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Wooden door panel, 9th century AD, Coptic, in situ, Church of Abū Sarga, Cairo.



[This] forms part of a set of five such panels in the Church of SS Sergius and Bacchus (Abu Sarga) in Old Cairo, depicting three equestrian saints and two scenes from the New Testament. The similarity of this panel’s iconography and the painting in the Church of St Antony enables us to identify the equestrian saint of Abu Sarga as St George. Both images show the saint aiming his spear at a man crouched on the ground. In case of the painting an added inscription identifies the crouching figure as Euchius, the soldier who, according to tradition, was sent by the Roman Emperor Diocletian to destroy the sanctuary of St George at Lydda. This sanctuary is represented as a small building on the right. Though defeated by George, the soldier is trying to reach the building with a stick, a symbolic attempt to destroy it. Although Hunt deciphers this as an iconography of submission, we would consider it rather as common imagery used for equestrian saints defeating enemies. In our opinion, it exemplifies what may happen to those who offend Christianity.
Source: Plate 3, Guarding the Entrances: Equestrian Saints in Egypt and North Mesopotamia by Bas Sneldersand Adeline Jeudy



Referenced as figure 142 in The military technology of classical Islam by D Nicolle
142. Wooden door panel, 9th century AD, Coptic, in situ, Church of Abū Sarga, Cairo (But).
pp.174-175: Although lamellar was clearly known in central and western Islam, it does not seem to have been widely adopted in these areas. Here European and Muslim warriors could easily be mistaken for one another, even in the 13th century.42 Nevertheless, the lamellar jawshan had been growing in popularity in Syria and Egypt for at least a century (see Terminology) and even reached al Andalus (Figs. 142, 145, 175, 177B-D, 178, 180, 267, 300, 548, 580C-D, 581 and 647).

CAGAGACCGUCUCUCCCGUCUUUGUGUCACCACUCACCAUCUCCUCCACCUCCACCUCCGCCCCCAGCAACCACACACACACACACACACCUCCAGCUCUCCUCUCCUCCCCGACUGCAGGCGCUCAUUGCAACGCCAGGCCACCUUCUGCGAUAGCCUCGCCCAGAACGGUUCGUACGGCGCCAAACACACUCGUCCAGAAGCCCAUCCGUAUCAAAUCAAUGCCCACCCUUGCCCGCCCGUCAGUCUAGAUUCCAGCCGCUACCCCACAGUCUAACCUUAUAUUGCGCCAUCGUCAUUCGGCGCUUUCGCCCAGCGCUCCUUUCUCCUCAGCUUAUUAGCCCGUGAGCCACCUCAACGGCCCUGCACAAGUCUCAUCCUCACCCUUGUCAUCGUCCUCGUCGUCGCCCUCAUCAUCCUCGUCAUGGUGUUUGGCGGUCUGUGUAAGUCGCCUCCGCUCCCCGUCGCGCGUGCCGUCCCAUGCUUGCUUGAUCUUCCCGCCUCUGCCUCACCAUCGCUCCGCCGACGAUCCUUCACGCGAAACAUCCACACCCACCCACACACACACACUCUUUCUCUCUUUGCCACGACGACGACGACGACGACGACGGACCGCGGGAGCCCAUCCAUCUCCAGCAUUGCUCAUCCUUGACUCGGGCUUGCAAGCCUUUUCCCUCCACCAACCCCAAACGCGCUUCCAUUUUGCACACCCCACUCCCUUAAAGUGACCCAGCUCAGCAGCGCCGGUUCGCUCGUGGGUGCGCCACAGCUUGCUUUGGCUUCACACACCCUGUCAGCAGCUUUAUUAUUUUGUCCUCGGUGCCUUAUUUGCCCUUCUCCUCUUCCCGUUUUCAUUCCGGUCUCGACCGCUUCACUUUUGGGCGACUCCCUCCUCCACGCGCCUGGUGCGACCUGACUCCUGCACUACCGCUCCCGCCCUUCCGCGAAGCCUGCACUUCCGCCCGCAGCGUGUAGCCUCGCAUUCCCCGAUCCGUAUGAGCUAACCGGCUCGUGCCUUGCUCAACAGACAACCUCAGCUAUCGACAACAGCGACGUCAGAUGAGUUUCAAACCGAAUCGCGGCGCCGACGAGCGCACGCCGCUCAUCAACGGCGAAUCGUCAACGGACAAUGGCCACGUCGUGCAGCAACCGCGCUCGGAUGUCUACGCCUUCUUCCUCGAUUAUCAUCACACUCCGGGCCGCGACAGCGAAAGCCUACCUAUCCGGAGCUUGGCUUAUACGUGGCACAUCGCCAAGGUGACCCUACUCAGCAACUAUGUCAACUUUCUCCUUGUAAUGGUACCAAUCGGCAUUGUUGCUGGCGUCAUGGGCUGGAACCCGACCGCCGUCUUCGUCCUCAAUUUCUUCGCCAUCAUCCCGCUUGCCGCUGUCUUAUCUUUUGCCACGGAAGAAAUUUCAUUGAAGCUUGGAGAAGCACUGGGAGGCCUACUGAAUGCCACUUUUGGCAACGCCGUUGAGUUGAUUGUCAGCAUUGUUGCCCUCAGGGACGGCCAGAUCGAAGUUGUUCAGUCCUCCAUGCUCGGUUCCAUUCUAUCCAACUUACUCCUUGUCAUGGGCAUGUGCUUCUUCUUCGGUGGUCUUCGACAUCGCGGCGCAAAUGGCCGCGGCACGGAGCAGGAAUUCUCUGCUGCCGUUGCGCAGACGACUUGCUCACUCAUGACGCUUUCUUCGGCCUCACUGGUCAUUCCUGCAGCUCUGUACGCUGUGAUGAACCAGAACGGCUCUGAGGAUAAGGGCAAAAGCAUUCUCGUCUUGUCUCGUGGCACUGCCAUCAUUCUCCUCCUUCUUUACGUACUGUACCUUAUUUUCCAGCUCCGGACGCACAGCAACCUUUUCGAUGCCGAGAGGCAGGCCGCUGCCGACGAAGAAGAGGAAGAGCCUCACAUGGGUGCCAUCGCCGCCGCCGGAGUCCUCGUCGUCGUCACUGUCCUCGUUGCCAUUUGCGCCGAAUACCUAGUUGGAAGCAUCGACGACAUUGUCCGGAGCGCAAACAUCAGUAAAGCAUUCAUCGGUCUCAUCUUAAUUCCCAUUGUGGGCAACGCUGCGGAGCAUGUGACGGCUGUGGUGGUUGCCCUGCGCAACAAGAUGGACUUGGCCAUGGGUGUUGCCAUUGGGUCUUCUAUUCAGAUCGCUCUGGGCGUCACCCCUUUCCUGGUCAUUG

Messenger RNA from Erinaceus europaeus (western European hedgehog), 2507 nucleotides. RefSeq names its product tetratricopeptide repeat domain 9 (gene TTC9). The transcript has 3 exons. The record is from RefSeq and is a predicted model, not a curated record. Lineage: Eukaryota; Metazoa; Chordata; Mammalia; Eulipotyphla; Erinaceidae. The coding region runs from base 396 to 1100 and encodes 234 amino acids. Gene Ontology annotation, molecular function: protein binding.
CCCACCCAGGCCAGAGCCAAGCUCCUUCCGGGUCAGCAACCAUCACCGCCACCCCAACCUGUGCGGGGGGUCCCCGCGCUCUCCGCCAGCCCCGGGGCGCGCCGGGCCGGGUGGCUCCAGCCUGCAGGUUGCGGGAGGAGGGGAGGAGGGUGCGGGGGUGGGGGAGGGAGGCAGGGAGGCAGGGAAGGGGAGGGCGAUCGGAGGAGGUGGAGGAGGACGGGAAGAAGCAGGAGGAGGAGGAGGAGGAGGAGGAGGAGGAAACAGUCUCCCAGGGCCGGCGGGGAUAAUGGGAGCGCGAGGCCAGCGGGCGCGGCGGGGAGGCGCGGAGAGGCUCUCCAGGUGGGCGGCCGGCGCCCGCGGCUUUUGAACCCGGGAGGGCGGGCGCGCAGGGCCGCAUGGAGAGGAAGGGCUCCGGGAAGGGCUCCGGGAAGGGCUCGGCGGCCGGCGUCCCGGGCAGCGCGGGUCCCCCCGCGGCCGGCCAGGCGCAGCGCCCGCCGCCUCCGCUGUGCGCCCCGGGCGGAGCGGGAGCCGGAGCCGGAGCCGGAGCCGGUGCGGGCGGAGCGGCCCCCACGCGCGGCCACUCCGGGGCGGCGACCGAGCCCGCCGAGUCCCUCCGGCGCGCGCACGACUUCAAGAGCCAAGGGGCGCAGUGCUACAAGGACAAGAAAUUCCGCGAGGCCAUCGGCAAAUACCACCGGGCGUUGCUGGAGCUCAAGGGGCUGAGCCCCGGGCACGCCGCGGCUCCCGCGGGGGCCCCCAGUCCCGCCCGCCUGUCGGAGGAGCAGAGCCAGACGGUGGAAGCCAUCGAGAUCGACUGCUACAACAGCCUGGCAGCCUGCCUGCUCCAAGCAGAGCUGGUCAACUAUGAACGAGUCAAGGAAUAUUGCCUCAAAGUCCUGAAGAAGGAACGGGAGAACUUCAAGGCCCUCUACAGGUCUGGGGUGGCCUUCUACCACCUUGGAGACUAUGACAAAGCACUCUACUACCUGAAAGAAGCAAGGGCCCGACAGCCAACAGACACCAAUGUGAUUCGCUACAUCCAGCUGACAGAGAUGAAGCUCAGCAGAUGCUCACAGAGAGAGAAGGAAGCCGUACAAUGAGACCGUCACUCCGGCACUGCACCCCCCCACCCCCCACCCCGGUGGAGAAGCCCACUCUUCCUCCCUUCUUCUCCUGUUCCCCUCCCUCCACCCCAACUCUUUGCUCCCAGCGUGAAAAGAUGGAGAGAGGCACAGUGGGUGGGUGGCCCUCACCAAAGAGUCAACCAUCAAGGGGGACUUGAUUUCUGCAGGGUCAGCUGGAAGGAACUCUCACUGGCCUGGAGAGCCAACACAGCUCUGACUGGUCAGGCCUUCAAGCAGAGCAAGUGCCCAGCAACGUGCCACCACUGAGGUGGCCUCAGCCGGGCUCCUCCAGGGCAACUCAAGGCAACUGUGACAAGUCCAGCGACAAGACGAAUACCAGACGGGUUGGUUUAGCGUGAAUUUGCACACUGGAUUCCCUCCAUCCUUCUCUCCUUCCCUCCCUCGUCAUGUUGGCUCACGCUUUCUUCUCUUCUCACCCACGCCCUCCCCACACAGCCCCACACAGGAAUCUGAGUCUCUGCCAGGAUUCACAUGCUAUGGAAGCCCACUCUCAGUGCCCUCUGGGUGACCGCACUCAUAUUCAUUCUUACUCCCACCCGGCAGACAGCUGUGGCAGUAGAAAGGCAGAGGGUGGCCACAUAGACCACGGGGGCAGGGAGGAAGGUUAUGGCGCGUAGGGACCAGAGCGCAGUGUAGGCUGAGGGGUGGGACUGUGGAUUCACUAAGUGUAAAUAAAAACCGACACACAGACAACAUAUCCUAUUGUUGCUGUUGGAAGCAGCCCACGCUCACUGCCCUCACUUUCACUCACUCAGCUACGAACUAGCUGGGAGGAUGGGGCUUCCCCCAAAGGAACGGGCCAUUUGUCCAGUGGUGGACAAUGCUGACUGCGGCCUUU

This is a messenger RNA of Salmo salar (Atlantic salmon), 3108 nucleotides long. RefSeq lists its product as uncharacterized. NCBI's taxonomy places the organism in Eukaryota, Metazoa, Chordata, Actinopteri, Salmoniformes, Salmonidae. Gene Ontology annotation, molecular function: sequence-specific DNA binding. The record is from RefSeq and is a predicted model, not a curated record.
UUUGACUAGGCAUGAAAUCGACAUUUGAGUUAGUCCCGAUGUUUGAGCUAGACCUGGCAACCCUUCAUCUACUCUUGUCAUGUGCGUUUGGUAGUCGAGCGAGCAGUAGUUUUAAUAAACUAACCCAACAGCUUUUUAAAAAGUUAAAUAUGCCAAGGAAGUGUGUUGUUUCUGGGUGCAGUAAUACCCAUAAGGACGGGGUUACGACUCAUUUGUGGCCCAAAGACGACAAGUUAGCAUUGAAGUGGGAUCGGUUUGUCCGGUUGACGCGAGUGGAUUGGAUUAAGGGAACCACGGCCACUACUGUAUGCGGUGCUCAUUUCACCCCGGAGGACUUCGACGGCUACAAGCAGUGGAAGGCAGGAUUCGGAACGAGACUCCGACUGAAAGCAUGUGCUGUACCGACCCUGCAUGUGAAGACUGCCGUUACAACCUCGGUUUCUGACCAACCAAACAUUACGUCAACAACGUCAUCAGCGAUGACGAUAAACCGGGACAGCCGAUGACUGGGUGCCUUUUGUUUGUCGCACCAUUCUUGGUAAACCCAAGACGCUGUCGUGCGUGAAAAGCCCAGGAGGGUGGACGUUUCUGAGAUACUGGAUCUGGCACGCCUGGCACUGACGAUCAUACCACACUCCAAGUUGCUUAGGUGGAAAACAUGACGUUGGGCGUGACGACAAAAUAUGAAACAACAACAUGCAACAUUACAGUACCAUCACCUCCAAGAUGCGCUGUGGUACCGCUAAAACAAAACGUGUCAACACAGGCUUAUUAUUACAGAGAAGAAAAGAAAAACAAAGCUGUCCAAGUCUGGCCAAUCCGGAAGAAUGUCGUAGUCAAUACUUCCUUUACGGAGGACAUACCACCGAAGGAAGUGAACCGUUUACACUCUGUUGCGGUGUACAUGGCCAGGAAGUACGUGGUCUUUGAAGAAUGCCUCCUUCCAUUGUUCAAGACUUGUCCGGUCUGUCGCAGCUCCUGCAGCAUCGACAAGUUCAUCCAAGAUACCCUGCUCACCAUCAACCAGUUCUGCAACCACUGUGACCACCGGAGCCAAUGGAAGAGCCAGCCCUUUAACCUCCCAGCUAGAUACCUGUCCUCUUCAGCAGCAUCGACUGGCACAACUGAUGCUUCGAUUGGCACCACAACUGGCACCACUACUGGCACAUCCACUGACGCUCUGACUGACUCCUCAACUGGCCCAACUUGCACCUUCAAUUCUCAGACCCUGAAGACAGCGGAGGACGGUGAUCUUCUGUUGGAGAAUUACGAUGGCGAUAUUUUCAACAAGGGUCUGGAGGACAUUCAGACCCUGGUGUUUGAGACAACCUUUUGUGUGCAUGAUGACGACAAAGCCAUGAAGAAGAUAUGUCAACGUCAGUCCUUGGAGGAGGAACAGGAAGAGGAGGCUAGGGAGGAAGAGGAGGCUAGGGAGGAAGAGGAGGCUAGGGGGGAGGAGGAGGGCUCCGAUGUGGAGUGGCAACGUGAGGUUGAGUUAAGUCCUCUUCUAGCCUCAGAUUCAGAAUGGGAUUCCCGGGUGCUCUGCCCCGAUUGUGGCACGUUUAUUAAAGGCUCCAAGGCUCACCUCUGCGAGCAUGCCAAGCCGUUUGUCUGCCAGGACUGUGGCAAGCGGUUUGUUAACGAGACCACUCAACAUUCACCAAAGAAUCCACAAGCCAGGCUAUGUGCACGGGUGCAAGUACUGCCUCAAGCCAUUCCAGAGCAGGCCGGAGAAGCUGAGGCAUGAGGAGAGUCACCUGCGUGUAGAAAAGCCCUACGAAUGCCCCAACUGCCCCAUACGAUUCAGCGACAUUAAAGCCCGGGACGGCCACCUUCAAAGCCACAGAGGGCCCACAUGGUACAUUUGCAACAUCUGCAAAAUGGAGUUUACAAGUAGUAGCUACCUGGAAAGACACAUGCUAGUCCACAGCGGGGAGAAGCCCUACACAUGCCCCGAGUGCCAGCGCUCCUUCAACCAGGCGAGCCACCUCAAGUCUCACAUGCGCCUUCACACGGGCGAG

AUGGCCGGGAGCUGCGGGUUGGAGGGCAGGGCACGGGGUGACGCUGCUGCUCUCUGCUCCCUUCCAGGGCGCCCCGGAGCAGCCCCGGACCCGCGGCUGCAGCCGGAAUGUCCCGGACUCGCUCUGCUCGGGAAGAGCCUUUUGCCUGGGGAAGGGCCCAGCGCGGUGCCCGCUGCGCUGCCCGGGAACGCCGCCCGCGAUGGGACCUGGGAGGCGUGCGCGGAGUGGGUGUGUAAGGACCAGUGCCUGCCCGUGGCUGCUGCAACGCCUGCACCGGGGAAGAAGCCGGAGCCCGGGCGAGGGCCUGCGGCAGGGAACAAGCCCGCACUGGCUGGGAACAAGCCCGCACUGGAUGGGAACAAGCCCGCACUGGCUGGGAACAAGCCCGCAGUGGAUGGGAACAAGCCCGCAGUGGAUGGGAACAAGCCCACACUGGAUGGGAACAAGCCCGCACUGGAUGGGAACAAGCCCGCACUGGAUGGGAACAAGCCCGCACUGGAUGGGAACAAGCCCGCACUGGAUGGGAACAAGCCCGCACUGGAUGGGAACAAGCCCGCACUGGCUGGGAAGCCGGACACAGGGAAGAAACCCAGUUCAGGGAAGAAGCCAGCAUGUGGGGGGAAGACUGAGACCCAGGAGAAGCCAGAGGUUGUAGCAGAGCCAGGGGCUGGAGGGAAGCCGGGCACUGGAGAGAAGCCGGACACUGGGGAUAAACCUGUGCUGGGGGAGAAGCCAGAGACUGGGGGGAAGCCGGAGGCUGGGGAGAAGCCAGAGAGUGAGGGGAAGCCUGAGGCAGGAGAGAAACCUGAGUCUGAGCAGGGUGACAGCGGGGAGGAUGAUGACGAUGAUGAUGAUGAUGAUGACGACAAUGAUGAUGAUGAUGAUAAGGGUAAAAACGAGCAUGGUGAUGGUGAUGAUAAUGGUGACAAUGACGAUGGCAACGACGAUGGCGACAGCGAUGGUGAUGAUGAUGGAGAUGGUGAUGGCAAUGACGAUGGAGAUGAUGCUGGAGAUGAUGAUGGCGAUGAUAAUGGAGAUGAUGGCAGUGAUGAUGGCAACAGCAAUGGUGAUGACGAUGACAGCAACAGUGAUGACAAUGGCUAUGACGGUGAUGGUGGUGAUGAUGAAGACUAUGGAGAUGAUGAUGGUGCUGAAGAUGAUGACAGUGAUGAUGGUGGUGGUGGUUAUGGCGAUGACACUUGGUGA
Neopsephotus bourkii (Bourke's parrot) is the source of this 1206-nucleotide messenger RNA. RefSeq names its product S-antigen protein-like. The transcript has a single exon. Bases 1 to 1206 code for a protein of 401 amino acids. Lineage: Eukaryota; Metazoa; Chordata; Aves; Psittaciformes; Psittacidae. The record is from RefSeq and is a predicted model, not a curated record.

145. Manuscript from Fayyūm, 'St. Theodore', 10th century AD, Coptic, Pierpont Morgan Lib. Ms. 613, f. 1v, New York (Ler C).
175. Inlaid metal bowl, 13th century AD, Mamlūk, Staatliche Museen Dahlem, West Berlin (Pope).
177A to 177G. Inlaid bronze bowl, late 13th or early 14th centuries AD, Mamlūk, Victoria and Albert Museum no.740.1898, London.
178A and 178B. Inlaid metal basin, Baptistère de St. Louis. c. 1300 AD, Mamlūk, Louvre, Paris (Ric B).178
267A to 267C. Ivory book-cover, A - 'Goliath,' B - 'Pride,' C - 'fortitude,' Queen. Melisande’s Psalter, early 12th century AD, Crusader States, British Museum (Elg).
300. Inlaid metal candlestick-base, mid-13th century AD, Ayyūbid Jazīrah, Coll. of Dr. P. Costa (NC).
548. Fresco, James of Aragon enters Valencia, Muslim Garrison, late 13th century AD, Spanish, in situ, Castel d'Alcanyis.
580A to 580D. Stained glass windows from St. Denis, now lost, A - 'Capture of Nicea,' B - 'Capture of Jerusalem,' C - 'Egyptians flee into Ascalon,' D - 'Battle of Dorylaeum,' E - 'Defeat of Karbugha,' The first Crusade. 12th century AD, French (ex-Montfaucon Coll. of Engravings, Bib. Nat., Paris).
581. Stained glass windows, 'Moors ' The Legend of Roland and Oliver, 12th century AD, French, in situ, Cathedral, Chartres.
647. Metal pen-case by Ahmad al Dhakī (?), 1304 AD, Mamluk Syrian, Louvre, Paris.

Another Wooden door panel, 9th century AD, Coptic, in situ, Church of Abū Sarga, Cairo.



See also St. Theodore, Coptic, Fayum, Egypt, Morgan MS. M.0613, after Dec. 31, 867AD
Other Illustrations of Costume and Soldiers from Coptic sources
9th Century Illustrations of Costume & Soldiers